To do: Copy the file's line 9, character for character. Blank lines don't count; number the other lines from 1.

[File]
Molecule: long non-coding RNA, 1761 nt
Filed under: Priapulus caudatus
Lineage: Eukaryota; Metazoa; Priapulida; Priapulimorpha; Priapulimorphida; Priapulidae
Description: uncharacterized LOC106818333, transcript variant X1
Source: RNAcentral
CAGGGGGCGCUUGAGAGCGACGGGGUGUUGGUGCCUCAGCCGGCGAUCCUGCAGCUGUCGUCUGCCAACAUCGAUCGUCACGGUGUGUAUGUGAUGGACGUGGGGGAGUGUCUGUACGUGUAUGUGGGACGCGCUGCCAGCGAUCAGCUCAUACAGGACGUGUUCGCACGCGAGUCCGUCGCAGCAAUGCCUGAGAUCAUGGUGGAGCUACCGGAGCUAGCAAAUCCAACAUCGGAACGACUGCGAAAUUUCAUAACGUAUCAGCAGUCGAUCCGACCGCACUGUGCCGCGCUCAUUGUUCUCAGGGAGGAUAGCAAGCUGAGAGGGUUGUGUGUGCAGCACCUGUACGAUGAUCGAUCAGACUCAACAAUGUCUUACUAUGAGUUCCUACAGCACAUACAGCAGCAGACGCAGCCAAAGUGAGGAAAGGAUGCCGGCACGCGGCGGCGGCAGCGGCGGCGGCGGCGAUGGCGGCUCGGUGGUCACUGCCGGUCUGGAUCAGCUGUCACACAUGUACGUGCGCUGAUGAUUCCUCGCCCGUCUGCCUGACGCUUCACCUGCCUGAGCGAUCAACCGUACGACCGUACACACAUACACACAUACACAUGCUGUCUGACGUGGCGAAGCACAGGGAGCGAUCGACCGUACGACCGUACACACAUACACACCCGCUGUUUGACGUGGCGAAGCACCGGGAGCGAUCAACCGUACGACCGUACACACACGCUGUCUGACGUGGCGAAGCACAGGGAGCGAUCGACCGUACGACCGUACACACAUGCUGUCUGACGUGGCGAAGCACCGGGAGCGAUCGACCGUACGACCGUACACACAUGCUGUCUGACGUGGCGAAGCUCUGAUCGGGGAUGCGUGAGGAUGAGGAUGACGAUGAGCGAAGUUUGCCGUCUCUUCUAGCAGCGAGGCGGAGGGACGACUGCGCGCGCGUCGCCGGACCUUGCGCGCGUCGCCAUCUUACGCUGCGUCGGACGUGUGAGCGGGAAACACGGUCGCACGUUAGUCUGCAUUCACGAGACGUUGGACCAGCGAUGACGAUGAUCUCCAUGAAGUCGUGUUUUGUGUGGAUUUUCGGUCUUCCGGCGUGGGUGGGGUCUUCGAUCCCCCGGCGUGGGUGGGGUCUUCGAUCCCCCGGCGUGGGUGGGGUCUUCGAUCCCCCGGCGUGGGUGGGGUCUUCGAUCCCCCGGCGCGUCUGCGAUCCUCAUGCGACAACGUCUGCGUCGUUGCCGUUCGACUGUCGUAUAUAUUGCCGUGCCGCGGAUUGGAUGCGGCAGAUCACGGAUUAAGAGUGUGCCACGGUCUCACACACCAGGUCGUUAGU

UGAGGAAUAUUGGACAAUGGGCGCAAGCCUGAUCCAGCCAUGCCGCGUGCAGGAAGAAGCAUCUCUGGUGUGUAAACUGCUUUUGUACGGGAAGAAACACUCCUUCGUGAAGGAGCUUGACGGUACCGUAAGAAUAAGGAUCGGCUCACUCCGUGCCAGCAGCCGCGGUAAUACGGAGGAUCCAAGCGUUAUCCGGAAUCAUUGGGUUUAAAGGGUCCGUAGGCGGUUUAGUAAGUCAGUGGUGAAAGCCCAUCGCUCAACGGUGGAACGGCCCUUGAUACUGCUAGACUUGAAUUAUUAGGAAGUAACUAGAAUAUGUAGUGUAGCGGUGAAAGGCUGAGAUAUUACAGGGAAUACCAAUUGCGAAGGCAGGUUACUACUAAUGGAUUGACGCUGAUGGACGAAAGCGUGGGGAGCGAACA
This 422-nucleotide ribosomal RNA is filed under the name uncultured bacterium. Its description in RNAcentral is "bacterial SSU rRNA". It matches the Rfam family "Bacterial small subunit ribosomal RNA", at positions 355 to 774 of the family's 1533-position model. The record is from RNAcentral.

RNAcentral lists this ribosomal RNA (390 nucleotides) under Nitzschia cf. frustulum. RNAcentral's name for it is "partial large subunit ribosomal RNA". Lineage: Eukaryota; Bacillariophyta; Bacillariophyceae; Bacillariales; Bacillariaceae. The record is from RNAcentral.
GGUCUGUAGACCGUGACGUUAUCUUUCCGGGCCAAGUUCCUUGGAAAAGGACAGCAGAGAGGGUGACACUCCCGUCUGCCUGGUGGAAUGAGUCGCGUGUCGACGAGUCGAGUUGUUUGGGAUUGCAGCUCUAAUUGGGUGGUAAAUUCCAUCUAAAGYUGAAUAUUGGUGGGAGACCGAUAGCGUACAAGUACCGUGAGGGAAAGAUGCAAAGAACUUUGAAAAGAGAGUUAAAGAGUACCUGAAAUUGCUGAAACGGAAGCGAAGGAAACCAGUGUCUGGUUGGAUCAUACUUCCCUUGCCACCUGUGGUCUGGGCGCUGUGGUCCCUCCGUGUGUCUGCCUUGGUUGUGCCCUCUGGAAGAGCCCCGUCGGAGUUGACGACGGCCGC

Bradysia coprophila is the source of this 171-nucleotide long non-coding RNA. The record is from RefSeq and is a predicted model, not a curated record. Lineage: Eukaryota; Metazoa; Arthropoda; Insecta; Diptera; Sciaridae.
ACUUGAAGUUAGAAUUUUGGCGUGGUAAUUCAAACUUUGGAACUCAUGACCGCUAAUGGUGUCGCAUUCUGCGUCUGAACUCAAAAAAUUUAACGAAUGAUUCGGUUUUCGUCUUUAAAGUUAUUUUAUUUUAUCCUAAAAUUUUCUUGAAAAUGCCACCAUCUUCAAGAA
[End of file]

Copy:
RNAcentral lists this ribosomal RNA (390 nucleotides) under Nitzschia cf. frustulum. RNAcentral's name for it is "partial large subunit ribosomal RNA". Lineage: Eukaryota; Bacillariophyta; Bacillariophyceae; Bacillariales; Bacillariaceae. The record is from RNAcentral.